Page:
Why employers have to spell out workplace standards to Generation Z

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The young generation of professionals is entering the workplace demanding increased flexibility and wellness perks, but sadly lacking soft skills. Here’s what managers can do about it…

In June, KPMG announced some recent hires would be offered training courses on how to behave professionally in the office, aimed at younger workers who spent their college years (or first few years at work) stuck at home on Teams calls. According to media reports, these courses include sessions on what to wear in the office, how to make small talk in the lifts, sending emails, maintaining eye contact and avoiding jargon. Fellow big four behemoths Deloitte and PwC have also announced similar training for junior staff.

With Gen Z entering the workforce, many other companies have also spoken of the challenges in getting them up to speed on workplace etiquette. Some employers have bemoaned the casual workwear: ripped jeans, trainers and hoodies; others have spoken about their younger staff signing off emails to clients with “hehe bye” and “hasta la pasta”, rather than the more conventional “kind regards”. Reports also surfaced earlier this year about the ‘tech shame’ young people experience because they don’t know how to use ‘legacy’ technology such as folders, printers and scanners. Some also needed training on how to speak on the telephone.

Accountancy practices may have observed changing attitudes around work-life balance too: according to one McKinsey study from last year, 18-34-year-old workers were 59% more willing to quit their jobs than older colleagues if flexible working was taken away. Another poll from Axios/Generation Lab found 82% of Gen Z workers said doing the bare minimum at work was “pretty or extremely appealing”. Yet, some of the changes could be positive: 82% among Gen Z want regular “mental health days” according to 2022 research by workplace training company TalentLMs. 

“I spend a lot of time speaking with employers and consistently hear the same thing: employability skills and readiness for work isn’t what it used to be among young adults,” says Gareth John, chief executive at training provider First Intuition. “But it’s not their fault: the last three-and-a-half years have been dreadfully difficult for them… employers may need to rethink their expectations and recognise the extra support they need to offer.”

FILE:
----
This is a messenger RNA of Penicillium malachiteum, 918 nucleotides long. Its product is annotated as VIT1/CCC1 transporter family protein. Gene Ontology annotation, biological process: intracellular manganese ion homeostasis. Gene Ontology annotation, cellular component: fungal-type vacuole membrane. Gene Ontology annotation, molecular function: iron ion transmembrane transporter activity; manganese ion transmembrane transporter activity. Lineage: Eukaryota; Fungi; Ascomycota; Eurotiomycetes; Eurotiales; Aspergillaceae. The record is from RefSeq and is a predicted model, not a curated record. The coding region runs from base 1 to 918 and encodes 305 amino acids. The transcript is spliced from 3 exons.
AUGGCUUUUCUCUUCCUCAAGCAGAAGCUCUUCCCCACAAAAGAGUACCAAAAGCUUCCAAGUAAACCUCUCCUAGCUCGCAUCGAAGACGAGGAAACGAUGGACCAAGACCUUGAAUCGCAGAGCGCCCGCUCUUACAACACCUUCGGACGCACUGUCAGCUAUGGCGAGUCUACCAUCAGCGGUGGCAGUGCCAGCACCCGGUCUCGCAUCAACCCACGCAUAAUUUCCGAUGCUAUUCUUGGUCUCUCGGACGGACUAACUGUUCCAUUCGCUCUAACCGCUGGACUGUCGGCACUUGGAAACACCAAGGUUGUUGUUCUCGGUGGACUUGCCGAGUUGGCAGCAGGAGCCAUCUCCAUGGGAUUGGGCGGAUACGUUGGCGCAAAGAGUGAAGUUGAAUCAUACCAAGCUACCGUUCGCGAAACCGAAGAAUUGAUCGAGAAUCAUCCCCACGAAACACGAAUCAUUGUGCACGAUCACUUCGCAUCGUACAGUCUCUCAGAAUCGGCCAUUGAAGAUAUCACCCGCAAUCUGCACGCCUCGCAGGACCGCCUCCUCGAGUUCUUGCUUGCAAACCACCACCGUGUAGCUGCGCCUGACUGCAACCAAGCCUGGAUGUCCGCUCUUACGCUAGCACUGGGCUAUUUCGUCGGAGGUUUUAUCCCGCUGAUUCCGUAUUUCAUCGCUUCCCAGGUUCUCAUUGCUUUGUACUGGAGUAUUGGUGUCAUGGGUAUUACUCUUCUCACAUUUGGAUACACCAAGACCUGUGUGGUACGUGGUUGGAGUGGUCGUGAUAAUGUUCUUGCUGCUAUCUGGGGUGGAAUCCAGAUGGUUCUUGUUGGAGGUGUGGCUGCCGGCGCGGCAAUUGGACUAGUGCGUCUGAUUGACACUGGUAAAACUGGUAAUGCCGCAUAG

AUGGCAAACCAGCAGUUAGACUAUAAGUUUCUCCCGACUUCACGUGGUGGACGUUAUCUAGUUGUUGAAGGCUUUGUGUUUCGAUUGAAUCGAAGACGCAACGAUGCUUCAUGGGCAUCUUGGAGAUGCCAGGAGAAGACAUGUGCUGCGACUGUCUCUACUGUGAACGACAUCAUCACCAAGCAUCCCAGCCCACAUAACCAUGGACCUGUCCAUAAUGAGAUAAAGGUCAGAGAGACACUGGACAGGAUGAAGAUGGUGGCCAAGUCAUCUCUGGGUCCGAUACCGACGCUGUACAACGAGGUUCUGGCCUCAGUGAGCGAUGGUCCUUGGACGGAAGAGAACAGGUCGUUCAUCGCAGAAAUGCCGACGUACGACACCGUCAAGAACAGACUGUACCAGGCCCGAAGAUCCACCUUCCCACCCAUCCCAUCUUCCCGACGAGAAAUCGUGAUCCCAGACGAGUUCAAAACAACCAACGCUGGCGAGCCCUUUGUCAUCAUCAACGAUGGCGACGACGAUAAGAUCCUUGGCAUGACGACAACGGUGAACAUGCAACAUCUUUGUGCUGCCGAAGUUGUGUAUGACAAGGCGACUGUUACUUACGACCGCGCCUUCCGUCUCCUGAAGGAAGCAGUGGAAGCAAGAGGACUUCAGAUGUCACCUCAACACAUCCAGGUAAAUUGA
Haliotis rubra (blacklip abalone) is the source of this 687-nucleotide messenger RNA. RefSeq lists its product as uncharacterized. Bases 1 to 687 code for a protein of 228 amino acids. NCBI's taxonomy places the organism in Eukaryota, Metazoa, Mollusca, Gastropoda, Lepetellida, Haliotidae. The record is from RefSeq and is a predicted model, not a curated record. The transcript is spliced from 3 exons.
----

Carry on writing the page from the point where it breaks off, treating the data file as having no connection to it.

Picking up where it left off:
From coaching soft skills to the importance of defining workplace standards, experts give their advice on managing younger recruits…

Understanding post-Covid recruits

Karen Blaylock, Accounting Training Manager, Armstrong Watson: “I’ve noticed the Gen Z/post-Covid cohort is much quieter, which can come across as shyness. Confidence can often be an issue too… Covid has meant school-leavers have had a disruptive couple of years, missing the part where they’d usually go out and socialise. Also, the pandemic has meant many haven’t been able to have part-time jobs and missed out on valuable work experience opportunities.”

Gareth John, Chief Executive, First Intuition: “It’s easy to blame everything on Covid, but there’s a cultural shift happening among young adults. For example, they don’t socialise in even the same way they did a few years ago. I’ve heard of some workplaces where young recruits will sit in their cars to eat lunch, as they don’t feel comfortable eating in front of colleagues.”

Chloë Mattick, Marketing, PR & Communications Executive, First Intuition: “The lack of part-time jobs has also had a huge impact. Many young people develop communication, teamworking and time management skills in jobs such as working in restaurants, shops or pubs at weekends. But the hospitality and retail industries have taken a hit in recent years. It’s a shame, because these are the skills that are increasingly being valued within accountancy.”

Attitudes to work-life balance

John, First Intuition: “Today, many employers are working 10-12-hour days just to keep up with the pressures of workload and [having] limited resources. Many young adults entering the workplace are seeing their bosses work these crazy hours and thinking this life isn’t for them. It creates a vicious cycle that makes it harder to retain and promote talent, while managers work even harder.”

Struggling with ‘legacy’ tech

John, First Intuition: “Don’t assume young adults will know how a printer works: some will have never seen a photocopier in their lives! Some also struggle to make phone calls on office landlines, often because they fear failure and criticism. Managers should help and give training where they can.”